In 1939, a small group of passionate local citizens saw the need to conserve the beautiful desert environment. One was Swedish botanist Gustaf Starck, who found like-minded residents by posting a sign that read “Save the Desert.”
With the support of social influencers of the time such as Gertrude Divine Webster, the Garden’s presence grew. Nearly eight decades later, thanks to leadership and investments from many individuals, Desert Botanical Garden has blossomed from a dream into a living museum.
See how the Garden has grown during its history into a compelling attraction and desert conservation pioneer.
The Garden opens its doors to the public.
World War II brings most Garden activity to a halt. Arizona State Teachers College, now Arizona State University, provides administrative oversight while volunteers work to sustain the fragile collections on site.
Gertrude Webster dies leaving her estate to support the Garden.
Archer House is built and named in honor of Lou Ella Archer, a founding member who contributed time and talent to early fund drives.
Under W. Taylor Marshall's leadership, the Garden’s collections increase from 1,000 specimens at the end of World War II to more than 18,000 specimens.
The visitor center and gift shop are added.
Galvin Parkway opens and provides direct access to the public.
The new library is built to house a valuable donation of rare books and prints.
The Docent Program is established as part of the Education Department to provide guided and informative tours.
Luminarias welcomed 600 guests for the very first Las Noches de las Luminaries.
The American Association of Museums accredits the Garden. Only 24 gardens have earned this distinction.
Desert Botanical Garden becomes a charter member of the Center for Plant Conservation—a consortium of botanical gardens devoted to preserving rare flora of the United States.
Plants and People of the Sonoran Desert Trail opens.
The Garden secures a National Science Foundation grant to expand and upgrade the trail system.
Garden completes a $17 million expansion, which includes a new entry and admissions area, gift shop, Dorrance Hall, a 400-seat reception hall and gallery, the Nina Mason Pulliam Research and Horticulture Center.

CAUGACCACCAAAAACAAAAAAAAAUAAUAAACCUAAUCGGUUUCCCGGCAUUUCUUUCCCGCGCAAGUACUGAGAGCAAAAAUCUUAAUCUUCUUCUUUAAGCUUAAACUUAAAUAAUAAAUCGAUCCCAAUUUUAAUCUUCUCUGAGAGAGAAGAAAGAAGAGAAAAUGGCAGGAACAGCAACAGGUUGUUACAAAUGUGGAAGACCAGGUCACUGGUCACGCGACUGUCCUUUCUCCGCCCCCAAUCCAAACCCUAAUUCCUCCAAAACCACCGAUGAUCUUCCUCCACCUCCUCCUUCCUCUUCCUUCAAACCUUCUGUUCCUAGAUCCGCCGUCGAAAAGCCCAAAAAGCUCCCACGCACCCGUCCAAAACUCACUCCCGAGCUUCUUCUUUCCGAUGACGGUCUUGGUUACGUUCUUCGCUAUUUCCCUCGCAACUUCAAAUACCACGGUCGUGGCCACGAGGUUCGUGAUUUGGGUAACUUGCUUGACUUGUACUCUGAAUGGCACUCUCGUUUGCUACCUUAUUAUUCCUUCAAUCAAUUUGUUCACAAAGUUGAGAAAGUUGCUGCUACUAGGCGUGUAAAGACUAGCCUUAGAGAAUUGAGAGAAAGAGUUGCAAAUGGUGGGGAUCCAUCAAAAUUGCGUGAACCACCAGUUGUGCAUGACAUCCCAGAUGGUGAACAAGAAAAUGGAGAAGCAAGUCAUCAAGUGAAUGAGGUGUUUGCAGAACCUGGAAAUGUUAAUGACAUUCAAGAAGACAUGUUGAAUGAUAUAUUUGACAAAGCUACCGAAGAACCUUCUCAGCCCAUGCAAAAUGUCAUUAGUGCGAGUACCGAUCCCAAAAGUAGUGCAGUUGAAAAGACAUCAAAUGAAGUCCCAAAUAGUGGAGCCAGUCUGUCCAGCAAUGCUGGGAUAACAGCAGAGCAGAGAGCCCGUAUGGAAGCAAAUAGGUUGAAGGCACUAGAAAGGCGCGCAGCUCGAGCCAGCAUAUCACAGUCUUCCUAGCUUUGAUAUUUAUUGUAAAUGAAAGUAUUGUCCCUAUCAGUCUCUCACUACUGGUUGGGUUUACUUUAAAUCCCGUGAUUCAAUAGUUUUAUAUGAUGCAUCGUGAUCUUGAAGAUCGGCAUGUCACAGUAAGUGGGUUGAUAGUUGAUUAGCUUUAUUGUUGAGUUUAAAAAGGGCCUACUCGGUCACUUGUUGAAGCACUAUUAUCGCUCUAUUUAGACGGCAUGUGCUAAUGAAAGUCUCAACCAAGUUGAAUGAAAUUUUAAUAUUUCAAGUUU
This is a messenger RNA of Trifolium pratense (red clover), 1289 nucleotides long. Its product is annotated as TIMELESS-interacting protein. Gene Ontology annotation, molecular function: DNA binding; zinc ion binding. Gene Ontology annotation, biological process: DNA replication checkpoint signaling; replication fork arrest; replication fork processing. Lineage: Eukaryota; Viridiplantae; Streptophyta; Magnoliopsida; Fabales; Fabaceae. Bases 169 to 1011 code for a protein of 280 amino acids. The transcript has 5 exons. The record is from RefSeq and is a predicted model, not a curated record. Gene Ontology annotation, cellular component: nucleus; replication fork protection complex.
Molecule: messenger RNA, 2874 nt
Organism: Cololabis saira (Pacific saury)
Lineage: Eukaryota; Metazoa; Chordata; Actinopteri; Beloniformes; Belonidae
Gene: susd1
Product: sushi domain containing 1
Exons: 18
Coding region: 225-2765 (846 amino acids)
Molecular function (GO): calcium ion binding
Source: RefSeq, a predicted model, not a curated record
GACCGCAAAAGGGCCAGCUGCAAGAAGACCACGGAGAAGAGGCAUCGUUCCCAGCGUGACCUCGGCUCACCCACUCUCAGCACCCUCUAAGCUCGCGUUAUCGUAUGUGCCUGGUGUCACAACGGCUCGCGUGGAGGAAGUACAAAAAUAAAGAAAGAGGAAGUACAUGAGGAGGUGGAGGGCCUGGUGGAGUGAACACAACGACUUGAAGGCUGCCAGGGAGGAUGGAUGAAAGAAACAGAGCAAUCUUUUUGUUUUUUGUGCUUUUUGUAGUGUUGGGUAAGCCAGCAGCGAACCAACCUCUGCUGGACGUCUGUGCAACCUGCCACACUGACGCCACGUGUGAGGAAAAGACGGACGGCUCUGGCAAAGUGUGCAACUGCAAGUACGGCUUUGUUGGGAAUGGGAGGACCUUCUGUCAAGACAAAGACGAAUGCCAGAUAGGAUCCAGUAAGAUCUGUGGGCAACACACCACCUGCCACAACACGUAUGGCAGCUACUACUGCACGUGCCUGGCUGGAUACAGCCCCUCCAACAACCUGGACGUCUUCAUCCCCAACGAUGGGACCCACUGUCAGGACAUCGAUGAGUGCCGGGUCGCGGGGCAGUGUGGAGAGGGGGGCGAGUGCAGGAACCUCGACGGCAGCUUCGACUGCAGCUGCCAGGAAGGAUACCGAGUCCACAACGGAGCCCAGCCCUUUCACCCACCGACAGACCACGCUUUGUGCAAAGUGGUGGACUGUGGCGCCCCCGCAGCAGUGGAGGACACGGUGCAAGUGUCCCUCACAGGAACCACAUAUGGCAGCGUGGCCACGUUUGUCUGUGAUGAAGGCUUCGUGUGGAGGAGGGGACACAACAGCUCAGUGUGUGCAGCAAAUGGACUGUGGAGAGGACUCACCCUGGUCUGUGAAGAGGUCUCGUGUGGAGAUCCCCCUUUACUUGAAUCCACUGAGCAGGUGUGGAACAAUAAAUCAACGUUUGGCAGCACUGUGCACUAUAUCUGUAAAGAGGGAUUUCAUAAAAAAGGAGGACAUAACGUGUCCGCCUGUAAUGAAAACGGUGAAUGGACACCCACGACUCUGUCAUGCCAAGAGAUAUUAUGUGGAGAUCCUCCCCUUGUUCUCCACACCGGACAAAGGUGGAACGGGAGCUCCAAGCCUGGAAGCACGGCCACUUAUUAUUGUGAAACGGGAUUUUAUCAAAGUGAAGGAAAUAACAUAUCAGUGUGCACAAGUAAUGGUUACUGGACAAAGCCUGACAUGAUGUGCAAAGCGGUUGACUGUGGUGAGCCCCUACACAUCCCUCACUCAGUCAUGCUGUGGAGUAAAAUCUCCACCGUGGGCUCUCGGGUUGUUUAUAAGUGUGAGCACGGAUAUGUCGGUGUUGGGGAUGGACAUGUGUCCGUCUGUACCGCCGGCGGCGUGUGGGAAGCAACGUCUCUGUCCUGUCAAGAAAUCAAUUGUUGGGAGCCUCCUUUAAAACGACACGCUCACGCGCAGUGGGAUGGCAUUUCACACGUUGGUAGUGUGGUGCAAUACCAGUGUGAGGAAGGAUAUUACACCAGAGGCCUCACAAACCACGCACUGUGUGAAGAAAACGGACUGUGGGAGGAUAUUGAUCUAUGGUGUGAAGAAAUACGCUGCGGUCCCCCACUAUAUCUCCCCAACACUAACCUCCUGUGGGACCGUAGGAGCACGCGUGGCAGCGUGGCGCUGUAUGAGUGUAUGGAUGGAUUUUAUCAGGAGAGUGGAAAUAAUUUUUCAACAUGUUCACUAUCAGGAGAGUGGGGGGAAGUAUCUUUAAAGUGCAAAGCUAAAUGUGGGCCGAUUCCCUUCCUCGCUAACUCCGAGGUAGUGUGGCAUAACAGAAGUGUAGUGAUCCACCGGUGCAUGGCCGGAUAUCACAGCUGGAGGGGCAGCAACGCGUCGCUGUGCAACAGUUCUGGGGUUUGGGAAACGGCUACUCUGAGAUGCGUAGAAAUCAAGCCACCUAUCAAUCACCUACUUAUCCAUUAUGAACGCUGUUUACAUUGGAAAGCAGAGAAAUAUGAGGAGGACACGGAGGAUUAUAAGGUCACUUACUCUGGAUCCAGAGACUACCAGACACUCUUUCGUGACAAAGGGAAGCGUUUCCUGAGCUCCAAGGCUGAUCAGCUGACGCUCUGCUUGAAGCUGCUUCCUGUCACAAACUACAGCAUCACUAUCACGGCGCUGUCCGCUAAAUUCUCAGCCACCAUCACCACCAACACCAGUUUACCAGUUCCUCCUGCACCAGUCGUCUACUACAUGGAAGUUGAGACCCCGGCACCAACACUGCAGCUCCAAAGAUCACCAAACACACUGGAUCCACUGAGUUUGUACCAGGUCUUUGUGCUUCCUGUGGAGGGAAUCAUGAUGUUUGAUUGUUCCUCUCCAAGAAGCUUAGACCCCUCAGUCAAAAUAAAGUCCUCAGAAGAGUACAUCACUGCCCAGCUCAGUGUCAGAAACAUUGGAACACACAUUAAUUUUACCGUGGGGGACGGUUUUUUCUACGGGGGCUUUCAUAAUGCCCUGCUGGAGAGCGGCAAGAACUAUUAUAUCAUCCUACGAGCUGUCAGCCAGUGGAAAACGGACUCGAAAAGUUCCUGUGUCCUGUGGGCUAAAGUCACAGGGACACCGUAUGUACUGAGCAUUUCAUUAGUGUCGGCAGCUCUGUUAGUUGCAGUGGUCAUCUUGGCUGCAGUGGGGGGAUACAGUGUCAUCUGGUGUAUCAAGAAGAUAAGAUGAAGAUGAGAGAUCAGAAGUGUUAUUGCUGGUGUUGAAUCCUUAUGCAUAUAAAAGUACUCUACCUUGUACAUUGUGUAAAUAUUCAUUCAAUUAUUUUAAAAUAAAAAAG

$17.8 million campaign transforms old Cactus and Succulent Houses into Sybil. B Harrington Cactus and Succulent Galleries and opens Ottosen Entry Garden.
Joy and Howard Berlin Agave Yucca Forest opens.
Center for Desert Living Trail is refurbished.
The Garden celebrates its 75th anniversary and launches The Saguaro Initiative, a fundraising campaign to invest in the future of the Garden.
The Central Arizona Conservation Alliance is formed to study, protect and promote the Valley’s mountain park preserves.
Spaces of Opportunity is a community initiative in south Phoenix working to transform a food desert to a food oasis through an incubator farm, family gardens and farmers market.
The Virginia G. Piper Desert Terrace Garden and the Lewis Desert Portal open.
New Butterfly Exhibit and Hazel Hare Center for Plant Science open.
The Garden Shop expands 1,200 square feet and a new Plant Shop is launched.
From Oct. 2018 through May 2019 more than 190,000 visitors were wowed by the immersive experience of Electric Desert | A Light and Sound Experience by Klip Collective.
Straight from Milan, Italy, the Garden is invaded by more than 1,000 animal sculptures made from colorful and recyclable plastic.
The Garden closes its doors to the public for 16 weeks, in response to COVID-19. This marks the second time in the Garden's history. The first closure was in 40s due to WWII.
The Garden presents its first-ever live floral show featuring large-scale living sculptures created by Natasha Lisitsa and Daniel Schultz of Waterlily Pond Studio.